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University Catalog

Classics (CLAS)

1000 Level | 2000 Level | 3000 Level | 4000 Level

USP Codes are listed in brackets by the 2003 USP code followed by the 2015 USP code (i.e. [QB<>Q]).

JumpLink2020. Classical Greek Civilization. 3. [C,WB<>H] Examines some of the most important developments of ancient Greek culture. Includes development of government in the city-states, with particular attention to Athenian democracy; tragedies of Aeschylus, Sophocles and Euripides; comedies of Aristophanes; crisis of values of the Peloponnesian War; and philosophy of Plato. Prerequisite: WA or COM1.

2040. Classical Roman Civilization. 3. [CH,WB<>{none}] Examines some of the most interesting political, legal, artistic, literary, and engineering developments of the Republic and Principate (510 BC-AD 212). These include representational government, citizens' rights, sanctioned violence, Rome's infrastructure, and major literary works of oratory, comedy, history, epic, and philosophy. Prerequisite: WA or COM1.

JumpLink3050. Athenian Democracy. 3. Examines democratic government in ancient Athens: its origins and development, its practical workings, how politics were conducted and power was gained and exercised, citizen participation, law courts, and evaluations of democracy in the ancient world and since. Cross listed with POLS/HIST 3050. Prerequisite: WB or COM2.

3160. “What Killed Socrates?” 3. This course will reexamine Socrates’ trial in 399 BCE, widely regarded as a miscarriage of justice, in its total historic context, seeking to understand the reasons for Socrates’ conviction. In the process, it will impart a broad understanding of the cultural, philosophical, political, and legal life of classical Athens. Cross listed with HIST/PHIL 3160. Prerequisite: WB or COM2.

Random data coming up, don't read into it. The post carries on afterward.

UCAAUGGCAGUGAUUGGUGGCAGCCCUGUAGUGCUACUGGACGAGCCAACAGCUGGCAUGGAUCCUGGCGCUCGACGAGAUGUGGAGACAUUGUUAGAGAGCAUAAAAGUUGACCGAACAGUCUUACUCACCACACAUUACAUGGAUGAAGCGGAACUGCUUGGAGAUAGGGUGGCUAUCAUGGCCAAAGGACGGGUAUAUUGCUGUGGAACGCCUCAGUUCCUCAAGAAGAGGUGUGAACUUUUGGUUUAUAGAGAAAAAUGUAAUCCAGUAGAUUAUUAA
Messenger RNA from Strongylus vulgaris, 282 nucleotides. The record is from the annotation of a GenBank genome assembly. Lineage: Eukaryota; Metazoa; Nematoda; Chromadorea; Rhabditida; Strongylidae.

JumpLink4230. Greek Tragedy. 3. Reading and discussion of major plays by Aeschylus, Sophocles, and Euripides, together with examination of the performance and social context of Greek drama, its use of traditional myths, and selected issues in contemporary scholarship on the tragedies. Cross listed with ENGL/THEA 4230. Prerequisite: WB or COM2.

4270. Classical Epic Poetry. 3. Reading and discussion of major works of Greek and Latin epic poetry, centered on Homer and Vergil. Also includes consideration of the background of these works (both mythological and historical) and the development of the epic tradition in the ancient world. Cross listed with ENGL 4270. Prerequisite: WB or COM2.

4975. Independent Study. 1-4 (max. 12) Specialized study in aspects of Greek or Roman civilization of interest to the student, with topic and plan of work to be worked out by the student and the instructor together. Prerequisite: 6 hours of Classics courses or consent of instructor.  (Offered based on sufficient demand and resources.)

4990. Topics in Classical Civilization. 1-4 (max. 12) Study in depth of special areas in ancient civilization that are not covered in regularly offered courses. Prerequisite: 6 hours of Classics courses or consent of the instructor. (Offered based on sufficient demand and resources.)

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